j J ,i J ' J

s

94 A. Peter Brown

Despite what occurs in the previous measures of the first edition, did Haydn mean to lessen the emphasis in m. 4? Perhaps he was just being careless. But, with two occurrences in Hoboken XVI:22/1, an interpretation like Hoboken XVI:49/1 seems less likely. Another alternative is to perform these as J~J J , reading the slur as belonging only to the two middle sixteenths. Such situations are editorial judgments; performers are often surprised to learn that autographs and other authentic sources present ambiguous texts. "Historical Technique and Fingering" is one of the more specialized chapters, dealing with the actual realization of certain types of slurring and articulation. The emphasis is on fortepiano technique in contrast to the clavichord and harpsichord. The positioning of arm and hand, different types of touch, and difficult problems of technique are treated with special reference to Beethoven and Clementi. Though we can be grateful for the devotion of much space to aspects other than ornamentation, the topic is treated extensively. It is difficult to understand how it came to be that ornamentation and embellishment have been for many the alpha and omega of performance practice. By definition, these are small adornments in the totality of the composition. Granted, if done to excess and in poor taste, they can affect the piece negatively. But it is not excess and taste that concerns pianists; rather, how the ornaments are to be correctly realized and the embellishments effectively added? Rosenblum's chapter fills a need by providing for the performer both guidelines and possibilities. Equally controversial are under- and overdotting. Underdotting centers on the performance of dotted rhythms in the context of a predominantly triplet surface motion. One editor may believe that the dotted notation receives a three-way division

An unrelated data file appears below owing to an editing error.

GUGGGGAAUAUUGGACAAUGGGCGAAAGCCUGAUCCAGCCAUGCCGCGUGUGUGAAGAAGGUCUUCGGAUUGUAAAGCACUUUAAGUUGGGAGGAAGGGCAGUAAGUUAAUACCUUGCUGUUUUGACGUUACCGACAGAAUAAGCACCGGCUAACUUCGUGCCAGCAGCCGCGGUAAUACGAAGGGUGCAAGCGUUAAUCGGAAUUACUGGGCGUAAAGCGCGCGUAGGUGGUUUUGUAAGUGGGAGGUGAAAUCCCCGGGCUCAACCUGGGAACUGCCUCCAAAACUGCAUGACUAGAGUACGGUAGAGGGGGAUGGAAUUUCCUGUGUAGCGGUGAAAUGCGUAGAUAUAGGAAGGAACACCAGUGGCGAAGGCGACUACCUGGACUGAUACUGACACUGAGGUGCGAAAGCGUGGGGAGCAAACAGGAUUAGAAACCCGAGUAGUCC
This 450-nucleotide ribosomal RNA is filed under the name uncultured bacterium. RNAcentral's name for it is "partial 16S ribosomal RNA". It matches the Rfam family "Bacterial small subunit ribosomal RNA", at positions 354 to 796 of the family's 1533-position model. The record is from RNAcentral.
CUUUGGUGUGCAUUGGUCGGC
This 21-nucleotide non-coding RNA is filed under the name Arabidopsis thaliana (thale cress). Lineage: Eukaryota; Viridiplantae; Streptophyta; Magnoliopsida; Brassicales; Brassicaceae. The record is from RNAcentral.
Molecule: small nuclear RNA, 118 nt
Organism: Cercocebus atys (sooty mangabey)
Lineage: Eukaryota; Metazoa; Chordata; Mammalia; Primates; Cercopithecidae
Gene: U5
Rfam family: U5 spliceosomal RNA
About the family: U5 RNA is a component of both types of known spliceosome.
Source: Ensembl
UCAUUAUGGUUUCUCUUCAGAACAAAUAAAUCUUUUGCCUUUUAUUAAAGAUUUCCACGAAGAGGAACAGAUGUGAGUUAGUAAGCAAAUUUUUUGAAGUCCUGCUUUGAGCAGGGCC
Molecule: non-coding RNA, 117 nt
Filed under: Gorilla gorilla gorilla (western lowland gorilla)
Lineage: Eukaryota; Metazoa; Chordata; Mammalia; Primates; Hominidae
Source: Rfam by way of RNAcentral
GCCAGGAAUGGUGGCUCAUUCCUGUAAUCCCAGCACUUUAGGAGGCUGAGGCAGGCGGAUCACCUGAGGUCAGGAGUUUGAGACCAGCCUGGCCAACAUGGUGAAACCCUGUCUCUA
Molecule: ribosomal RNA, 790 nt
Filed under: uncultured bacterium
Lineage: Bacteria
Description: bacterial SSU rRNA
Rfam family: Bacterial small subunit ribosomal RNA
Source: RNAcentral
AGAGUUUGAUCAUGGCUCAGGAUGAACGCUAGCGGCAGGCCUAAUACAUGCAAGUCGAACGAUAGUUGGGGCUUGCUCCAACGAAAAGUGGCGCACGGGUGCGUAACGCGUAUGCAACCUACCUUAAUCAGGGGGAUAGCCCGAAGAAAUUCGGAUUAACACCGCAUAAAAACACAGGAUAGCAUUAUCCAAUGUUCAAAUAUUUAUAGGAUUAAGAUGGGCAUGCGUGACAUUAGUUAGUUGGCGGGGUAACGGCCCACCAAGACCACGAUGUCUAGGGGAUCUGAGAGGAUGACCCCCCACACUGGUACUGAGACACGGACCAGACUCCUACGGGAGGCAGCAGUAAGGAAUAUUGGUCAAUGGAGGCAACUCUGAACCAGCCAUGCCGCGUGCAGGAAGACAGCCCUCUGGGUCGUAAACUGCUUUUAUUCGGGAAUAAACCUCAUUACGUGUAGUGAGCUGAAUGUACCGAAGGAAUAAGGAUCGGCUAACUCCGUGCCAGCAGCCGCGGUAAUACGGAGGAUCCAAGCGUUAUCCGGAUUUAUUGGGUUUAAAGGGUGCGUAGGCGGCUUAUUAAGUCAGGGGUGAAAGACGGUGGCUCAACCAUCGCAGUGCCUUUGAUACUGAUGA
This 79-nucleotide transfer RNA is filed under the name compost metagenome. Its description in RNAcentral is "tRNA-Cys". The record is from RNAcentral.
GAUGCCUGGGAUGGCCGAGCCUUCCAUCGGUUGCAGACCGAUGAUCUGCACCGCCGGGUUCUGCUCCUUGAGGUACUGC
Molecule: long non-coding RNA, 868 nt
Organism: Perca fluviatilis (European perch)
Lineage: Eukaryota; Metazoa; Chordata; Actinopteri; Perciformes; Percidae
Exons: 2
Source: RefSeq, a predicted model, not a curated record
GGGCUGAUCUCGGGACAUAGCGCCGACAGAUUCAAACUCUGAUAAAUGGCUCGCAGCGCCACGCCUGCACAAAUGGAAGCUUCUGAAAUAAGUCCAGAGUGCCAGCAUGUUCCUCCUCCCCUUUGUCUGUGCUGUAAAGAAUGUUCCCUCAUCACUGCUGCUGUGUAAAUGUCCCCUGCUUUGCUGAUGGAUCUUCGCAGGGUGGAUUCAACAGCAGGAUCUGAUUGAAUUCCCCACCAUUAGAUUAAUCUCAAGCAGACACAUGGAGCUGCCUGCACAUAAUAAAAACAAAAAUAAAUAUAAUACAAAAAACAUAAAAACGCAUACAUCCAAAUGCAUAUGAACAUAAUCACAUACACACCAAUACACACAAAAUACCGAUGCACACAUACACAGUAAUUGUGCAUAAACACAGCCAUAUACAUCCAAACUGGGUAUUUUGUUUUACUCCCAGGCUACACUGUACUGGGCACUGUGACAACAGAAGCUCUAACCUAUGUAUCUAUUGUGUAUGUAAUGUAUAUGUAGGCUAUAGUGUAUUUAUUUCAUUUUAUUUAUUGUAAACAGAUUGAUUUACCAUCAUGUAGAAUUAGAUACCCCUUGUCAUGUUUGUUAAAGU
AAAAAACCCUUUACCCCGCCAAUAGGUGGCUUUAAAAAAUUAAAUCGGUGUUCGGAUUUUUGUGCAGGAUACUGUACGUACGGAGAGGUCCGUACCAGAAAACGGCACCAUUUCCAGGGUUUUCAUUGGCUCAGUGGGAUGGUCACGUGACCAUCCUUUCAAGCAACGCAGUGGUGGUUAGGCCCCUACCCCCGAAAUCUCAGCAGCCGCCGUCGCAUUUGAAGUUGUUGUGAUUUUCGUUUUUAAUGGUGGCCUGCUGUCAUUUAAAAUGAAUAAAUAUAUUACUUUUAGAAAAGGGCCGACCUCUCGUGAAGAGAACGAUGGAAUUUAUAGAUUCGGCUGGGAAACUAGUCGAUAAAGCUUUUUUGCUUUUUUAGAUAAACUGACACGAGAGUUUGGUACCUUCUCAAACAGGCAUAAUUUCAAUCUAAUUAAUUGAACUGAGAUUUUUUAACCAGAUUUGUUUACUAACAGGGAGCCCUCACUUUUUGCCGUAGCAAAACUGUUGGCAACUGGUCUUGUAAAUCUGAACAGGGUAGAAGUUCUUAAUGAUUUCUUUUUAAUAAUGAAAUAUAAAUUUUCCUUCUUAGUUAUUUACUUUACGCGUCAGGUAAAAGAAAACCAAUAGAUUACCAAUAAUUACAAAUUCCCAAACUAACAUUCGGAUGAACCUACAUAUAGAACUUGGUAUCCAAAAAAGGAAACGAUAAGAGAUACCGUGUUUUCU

another that the distinction must be maintained

Reviews

95

T* Perhaps the oddest of situations is to be found in the Henle edition of Schubert's Klaviersonaten. Volumes one and two were prepared by Paul Mies with the distinction preserved as: J ^

This policy is countered in the preface to volume three, with the new editor Paul Badura-Skoda remarking that Schubert notated this rhythm